Sunday, June 26, 2016

World Giraffe Day!


I took these photos of a pair of young giraffes at the Cape May County Zoo in Cape May Courthouse, New Jersey. Adorable, right? 
 World Giraffe Day was this past week on June 21st. You will recognize that date as the spring equinox and the longest day of the year in the northern hemisphere. The Giraffe Conservation Foundation, GCF, picked that day to celebrate giraffes, the animals with the longest necks, and to bring attention to the problems of protecting wild giraffe populations; the GCF works to preserve giraffe habitat and to identify and mitigate threats to them. And they raise money to conserve and manage giraffes across Africa.

Don't worry if you missed World Giraffe Day or didn't know about it; it started in 2015 so this is only the second one. You'll be ready for next year. Click here for Giraffe Day attire recommendation.

Click here for the World Giraffe Day Facebook page. 

Click here to read about giraffe conservation on the GCF webpage. 

Click on the photos to enlarge. 

Sunday, June 12, 2016

Linden Time Again

The linden tree, Tilia americana, is also called basswood, lime tree, white wood, and bee tree. 
Click to enlarge. 
This blog is normally about wildlife, but I'm taking a moment to praise the linden trees that are blossoming in New York right now. In a city not noted for smelling good, the event is a delightful occasion.

Linden trees smell fresh, green, flowery, and sweet -- a little like melon, a little like honey. The smell wafts hauntingly around the trees and spreads on warm breezes. It makes me stop and inhale. It smells so good that I look forward to passing each linden on my daily route, especially a big old tree on the northeast corner of Central Park West at 66th street; its flower-covered branches droop over the sidewalk and diffuse perfume all around.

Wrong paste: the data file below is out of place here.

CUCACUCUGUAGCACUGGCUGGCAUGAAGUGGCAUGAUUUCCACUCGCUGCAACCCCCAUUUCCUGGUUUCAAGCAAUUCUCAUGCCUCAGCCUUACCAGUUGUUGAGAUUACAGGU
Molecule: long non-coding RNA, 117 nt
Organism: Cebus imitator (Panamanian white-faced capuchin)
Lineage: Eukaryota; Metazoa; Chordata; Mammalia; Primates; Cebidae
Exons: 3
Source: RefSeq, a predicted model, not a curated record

Lindens are native to eastern North America. They are common in cities, suburbs, and forests, so a lot of places smell good right now. Closely related trees, also called lindens, grow throughout the Northern hemisphere. They are prized for their beauty. Their wood is especially valued by carvers -- linden wood decorates the great cathedrals of Europe. Linden leaves and flowers are used for perfumes and teas. Honey made from linden flowers has a light minty herbal taste that is renowned among honeys.

Aromatherapists use linden to "calm and relax the body and the mind." We could use more of that. We should plant more lindens.

Sunday, June 5, 2016

Time to Smell the Roses

Brooklyn smells like roses this week. 
Well, maybe not everywhere -- but the parks smell great. I was home for a week-long stay-cation and I took a walk in nearby Brooklyn Bridge Park every day. The air was sweet with the scent of roses and I recommend a visit while they are still in bloom. And when you pause to smell them, take a look inside.
You might find a rose weevil, making holes.
Or a lovely half-green sweat bee.
Or maybe a honeybee with its pollen sacs full of yellow rose pollen. 
Or a Japanese beetle. Click on the photos to enlarge. 
Or even a pair of common eastern bumblebees double-teaming. 
There's lots more going on in there. Take a look. And a sniff. 

Sunday, May 29, 2016

Happy Memorial Day!

The Veterans Cemetery in Atlantic County Park in Mays Landing, New Jersey.  
Click to enlarge. 

Sleep the sleep that knows not breaking, 
Dream of battled fields no more. 
-- Sir Walter Scott

I will be back to blogging about urban wildlife next Sunday. 

Sunday, May 22, 2016

Tree Swallows

Tree swallows, Tachycineta bicolor, show up at my favorite wildlife refuge (Edwin B. Forsythe National Wildlife Refuge -- click on the name to read about the place) in spring and stay for the summer. They readily move into nest boxes like the one in the photo that are provided for them by the U.S. Fish and Wildlife Service. These birds prefer to nest near water, so the coastal refuge is a perfect spot for them. Click to enlarge. 


                                                                                                                                            Tree swallows spend most of their day flying in pursuit of small aerial insects, gliding swiftly through the air and twisting and turning artistically as their blue feathers flash in the sunlight. This haiku written in 1818 by Issa, one of Japan's foremost poets, recognizes the aerial exploits of swallow-kind:

gliding through the cloudburst
so cleverly...
swallows


Sunday, May 15, 2016

Goose Reflections

I was watching a Canada goose family (Branta canadensis) and was impressed by how often they did exactly the same things at the same time and struck identical poses, especially the goslings. Congruent like the two above. 
Or symmetrical like these two. Click to enlarge. 
Apparently they get it from their parents! 
And here's a demonstration of the famous goose step.